Catching up with one of the Red Sox' missing pieces, Ryan Brasier


With all due respect to the fine folks in Southwest Florida, Fort Myers is not where major league baseball players yearn to be when late April rolls around. The team isn't there, and neither is the satisfaction of participating in a big league season.

It's a reality Ryan Brasier is currently enduring.

"It’s freaking brutal," the Red Sox reliever told by phone. "I’m champing at the bit to get out of here. Especially because we’re playing so good and we look so good. I don’t hardly miss (watching) a pitch. I’ve got nothing else to do."

What Brasier is doing, besides following the Red Sox from afar, is waiting, and waiting, and waiting. Unfortunately for the pitcher, healing the injured left calf muscle that put him in his spot is dependent on patience and time.

He isn't yet throwing off a mound, but there has been progress in terms of putting the Grade 2 strain and slot tear in his rearview mirror.

"A couple of weeks ago I could barely walk," Brasier noted. "To be able to walk without limping to now being pretty much pain-free when I’m walking around."

The injury was somewhat of a mystery considering few had seen Brasier pitch at all throughout spring training. After dealing with a hand injury (suffered on Thanksgiving), he was forced to miss a chunk of camp due to a personal matter back home in Texas.

In mid-March, Brasier was finally able to participate in a real game, getting on the mound at Hammond Stadium to face the Twins in a 'B' game. But that initial outing was when the righty took his biggest step back.

"It was my first outing. I took a step toward covering first base and I could tell right away that something wasn’t right," Brasier said. "It didn’t feel too good. I never had anything like that. It hurt pretty bad. Right away, I could tell something wasn’t right.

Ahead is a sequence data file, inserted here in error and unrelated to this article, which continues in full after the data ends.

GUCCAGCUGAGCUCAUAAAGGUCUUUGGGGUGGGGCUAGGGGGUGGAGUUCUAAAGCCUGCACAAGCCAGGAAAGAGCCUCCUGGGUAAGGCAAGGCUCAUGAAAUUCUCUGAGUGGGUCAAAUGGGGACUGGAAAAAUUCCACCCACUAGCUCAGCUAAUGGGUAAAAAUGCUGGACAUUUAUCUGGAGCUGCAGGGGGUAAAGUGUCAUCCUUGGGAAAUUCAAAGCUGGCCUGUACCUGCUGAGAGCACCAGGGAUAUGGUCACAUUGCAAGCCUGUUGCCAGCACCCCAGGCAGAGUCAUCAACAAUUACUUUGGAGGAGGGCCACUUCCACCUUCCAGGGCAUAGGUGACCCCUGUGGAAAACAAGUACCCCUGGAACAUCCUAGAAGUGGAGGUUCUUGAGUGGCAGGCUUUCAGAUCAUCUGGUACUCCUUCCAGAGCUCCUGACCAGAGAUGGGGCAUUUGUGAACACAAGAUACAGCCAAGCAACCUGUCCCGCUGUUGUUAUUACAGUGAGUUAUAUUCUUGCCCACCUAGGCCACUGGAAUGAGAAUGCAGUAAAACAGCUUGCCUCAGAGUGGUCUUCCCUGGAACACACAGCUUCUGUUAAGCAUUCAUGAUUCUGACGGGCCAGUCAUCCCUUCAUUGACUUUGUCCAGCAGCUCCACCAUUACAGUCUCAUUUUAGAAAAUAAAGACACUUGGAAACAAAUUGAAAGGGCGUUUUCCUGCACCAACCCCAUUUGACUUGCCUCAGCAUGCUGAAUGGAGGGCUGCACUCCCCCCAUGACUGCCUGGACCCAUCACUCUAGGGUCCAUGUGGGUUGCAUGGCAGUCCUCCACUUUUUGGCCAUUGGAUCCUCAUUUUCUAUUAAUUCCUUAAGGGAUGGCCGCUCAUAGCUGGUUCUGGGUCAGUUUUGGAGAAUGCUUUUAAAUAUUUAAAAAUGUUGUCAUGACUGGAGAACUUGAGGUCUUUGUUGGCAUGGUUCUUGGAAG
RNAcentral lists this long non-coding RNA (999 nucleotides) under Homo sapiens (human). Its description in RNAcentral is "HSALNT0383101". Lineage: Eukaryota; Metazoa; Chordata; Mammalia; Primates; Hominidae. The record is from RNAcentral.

"I knew it wasn’t going to be quick. I knew as soon as they told me how bad the strain was I was going to be down for a little bit. Luckily, throwing has progressed pretty well. It hasn’t bothered me throwing. We’ve been able to do more stuff every day."

Brasier's name has come up routinely when Alex Cora addresses the state of his bullpen, and for good reason. For the final 1 1/2 months of 2020 the pitcher was the most consistent reliever the Red Sox had, totaling a 1.89 ERA in his final 18 appearances.

And while the Red Sox' relievers have shown signs of becoming a strength, there still have been enough hiccups to remember the importance of Brasier's return.

Considering there still has been no mound-work, a return to the Red Sox doesn't seem imminent. Although it is different sport, one timetable can be drawn from NBA star Anthony Davis's two-month hiatus due to a similar calf injury.

But the good news for Brasier is that his arm is good shape, with that calf feeling better each day.

"I’m hoping that it’s sooner than later," said Brasier. "I’m definitely ready to get right in the middle of the things, for sure. I think we’re in a pretty good spot in terms of getting on the right track."